No business is too small to be hacked.
Cybercriminals have found small businesses to be more profitable than large corporations because they lack the resources to set up protective barriers. Most big companies have updated their security so they are less vulnerable – but not impervious – to these attacks.
These days, one of the greatest security threats to small businesses is ransomware.
Ransomware is any virus that infects a computer, encrypts files and threatens to render them useless unless the victim pays for a key code that decrypts the information.
Last year, there were 2,453 reported ransomware incidents in the U.S., in which victims paid about $24.1 million. We can expect much more in 2016, says the FBI, defining ransomware as “an insidious type of malware that encrypts, or locks, valuable digital files and demands a ransom to release them.”
These kinds of attacks can be so damaging to revenue and customer expectations that many small businesses are forced to close after one attack. Many companies that survive a ransomware attack are targeted again.
Today more than half of all online attacks target small and mid-size businesses. If you’re not deploying some level of security, you can nearly guarantee your company will become the victim of a cyberattack such as ransomware.
Phishing, or its more sophisticated version, "spear phishing," is often used to spread the malicious software called malware. Emails lure the victim to click on a link, which downloads the ransomware. Spear phishing targets specific victims by personalizing an email to make it appear especially legitimate.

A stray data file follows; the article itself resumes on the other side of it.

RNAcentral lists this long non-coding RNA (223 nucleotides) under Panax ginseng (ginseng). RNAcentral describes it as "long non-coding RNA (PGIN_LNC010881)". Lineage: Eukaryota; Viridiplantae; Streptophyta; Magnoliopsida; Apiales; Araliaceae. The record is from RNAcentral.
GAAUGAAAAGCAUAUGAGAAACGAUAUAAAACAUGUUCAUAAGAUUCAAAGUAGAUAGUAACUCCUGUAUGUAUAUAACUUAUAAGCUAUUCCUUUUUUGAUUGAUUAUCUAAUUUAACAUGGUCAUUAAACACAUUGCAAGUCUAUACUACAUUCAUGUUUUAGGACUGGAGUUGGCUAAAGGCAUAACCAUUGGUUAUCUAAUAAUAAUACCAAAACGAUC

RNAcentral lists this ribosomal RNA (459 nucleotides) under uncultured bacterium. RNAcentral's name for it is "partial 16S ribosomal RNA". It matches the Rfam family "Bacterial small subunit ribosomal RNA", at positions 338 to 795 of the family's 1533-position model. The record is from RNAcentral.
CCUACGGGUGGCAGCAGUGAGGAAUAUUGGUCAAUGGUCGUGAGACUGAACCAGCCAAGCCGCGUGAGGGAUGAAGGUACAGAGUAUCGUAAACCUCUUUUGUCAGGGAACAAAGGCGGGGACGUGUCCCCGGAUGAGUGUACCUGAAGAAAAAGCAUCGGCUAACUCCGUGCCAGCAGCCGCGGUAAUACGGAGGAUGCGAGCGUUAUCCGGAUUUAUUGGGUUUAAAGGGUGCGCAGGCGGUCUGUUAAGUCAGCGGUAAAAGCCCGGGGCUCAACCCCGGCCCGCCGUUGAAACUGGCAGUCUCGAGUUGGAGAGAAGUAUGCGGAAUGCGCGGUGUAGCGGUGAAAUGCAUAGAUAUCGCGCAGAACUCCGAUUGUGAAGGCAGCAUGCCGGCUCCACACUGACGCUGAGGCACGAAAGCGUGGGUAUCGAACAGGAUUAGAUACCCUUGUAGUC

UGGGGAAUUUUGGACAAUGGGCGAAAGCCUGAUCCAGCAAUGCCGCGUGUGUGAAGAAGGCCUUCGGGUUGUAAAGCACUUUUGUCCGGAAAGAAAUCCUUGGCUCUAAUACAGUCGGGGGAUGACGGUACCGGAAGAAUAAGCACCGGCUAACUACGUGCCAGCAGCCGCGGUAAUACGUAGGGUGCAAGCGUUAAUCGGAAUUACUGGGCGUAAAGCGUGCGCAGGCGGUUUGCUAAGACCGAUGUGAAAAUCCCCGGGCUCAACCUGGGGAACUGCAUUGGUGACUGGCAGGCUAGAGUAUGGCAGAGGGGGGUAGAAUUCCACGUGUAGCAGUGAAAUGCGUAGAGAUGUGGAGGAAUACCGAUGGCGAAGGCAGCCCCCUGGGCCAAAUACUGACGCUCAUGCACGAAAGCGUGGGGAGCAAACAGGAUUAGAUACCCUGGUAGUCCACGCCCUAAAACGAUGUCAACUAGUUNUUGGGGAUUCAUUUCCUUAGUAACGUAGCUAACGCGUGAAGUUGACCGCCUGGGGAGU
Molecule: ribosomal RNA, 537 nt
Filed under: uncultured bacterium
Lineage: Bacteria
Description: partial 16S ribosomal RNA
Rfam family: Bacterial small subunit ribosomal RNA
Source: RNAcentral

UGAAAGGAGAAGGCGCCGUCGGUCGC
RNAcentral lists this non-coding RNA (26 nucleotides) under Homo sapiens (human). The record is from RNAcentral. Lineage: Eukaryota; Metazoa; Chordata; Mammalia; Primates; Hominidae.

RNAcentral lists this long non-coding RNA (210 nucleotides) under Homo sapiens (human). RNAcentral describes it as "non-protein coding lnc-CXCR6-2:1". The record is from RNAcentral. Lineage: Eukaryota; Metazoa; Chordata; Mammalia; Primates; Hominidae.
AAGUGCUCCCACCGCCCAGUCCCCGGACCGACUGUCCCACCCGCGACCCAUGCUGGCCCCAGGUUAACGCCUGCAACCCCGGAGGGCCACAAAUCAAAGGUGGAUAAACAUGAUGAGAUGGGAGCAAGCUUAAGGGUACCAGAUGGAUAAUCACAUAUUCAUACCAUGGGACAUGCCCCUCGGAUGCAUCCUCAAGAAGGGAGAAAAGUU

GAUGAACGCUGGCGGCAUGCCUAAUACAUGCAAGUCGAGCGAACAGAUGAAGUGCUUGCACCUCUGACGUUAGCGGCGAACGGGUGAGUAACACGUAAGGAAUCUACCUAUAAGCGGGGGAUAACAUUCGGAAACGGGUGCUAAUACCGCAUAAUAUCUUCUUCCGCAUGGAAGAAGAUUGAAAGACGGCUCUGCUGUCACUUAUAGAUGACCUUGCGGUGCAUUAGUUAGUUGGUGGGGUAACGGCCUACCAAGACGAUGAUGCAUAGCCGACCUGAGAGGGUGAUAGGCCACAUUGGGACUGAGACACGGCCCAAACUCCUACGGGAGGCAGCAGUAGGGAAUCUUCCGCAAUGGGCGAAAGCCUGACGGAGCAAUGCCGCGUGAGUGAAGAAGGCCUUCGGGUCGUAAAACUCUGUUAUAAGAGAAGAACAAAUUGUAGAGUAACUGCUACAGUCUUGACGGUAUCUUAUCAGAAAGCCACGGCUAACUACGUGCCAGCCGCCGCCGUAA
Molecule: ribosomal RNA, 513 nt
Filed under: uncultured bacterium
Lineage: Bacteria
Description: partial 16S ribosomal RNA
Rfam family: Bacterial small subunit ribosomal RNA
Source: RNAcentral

Cybercriminals can do this by gathering information about your company and employees from various sources, including social media accounts. Ransomware is also spread through malicious advertising, called malvertising, which appears to be legitimate advertising on legitimate websites. When you click on the malvertising, the malware automatically downloads onto your computer.
Yet another way cybercriminals strike is by infecting legitimate websites. Just visiting the site, without clicking on anything, is enough to infect your computer. CryptXXX, a newer version of ransomware, is spreading in this manner and was used recently to infect the website of American toy maker Maisto.
Hackers are always at work developing new versions of ransomware they often sell on a part of the internet called the Dark Web, where less technically sophisticated criminals buy and sell malware as well as stolen information, such as credit card numbers. The most popular ransomware programs in 2016 include Teslacrypt, CTB-Locker and Cryptowall.
The best security software companies are always going to be playing catch-up when developing security patches for these newly discovered vulnerabilities, called Zero Day Exploits. It is interesting to note, however, that older forms of ransomware for which there are security software defenses have been used effectively against victims who have failed to update their security software.
Nearly all company data breaches come, in one form or another, from insiders. Data breaches can start with a disgruntled employee or one seeking a material gain. Usually they are the result of inadequate management of data access permissions compounded by innocent mistakes committed by employees, such as clicking on an email with a malware attachment.
With all the publicity about phishing attempts, it would seem like people would be much more careful about opening email attachments from unknown sources. But the 2016 Data Breach Investigations Report showed 30% of phishing messages were opened, up from 24% last year, and that 12% of email users went on to click the malicious attachment.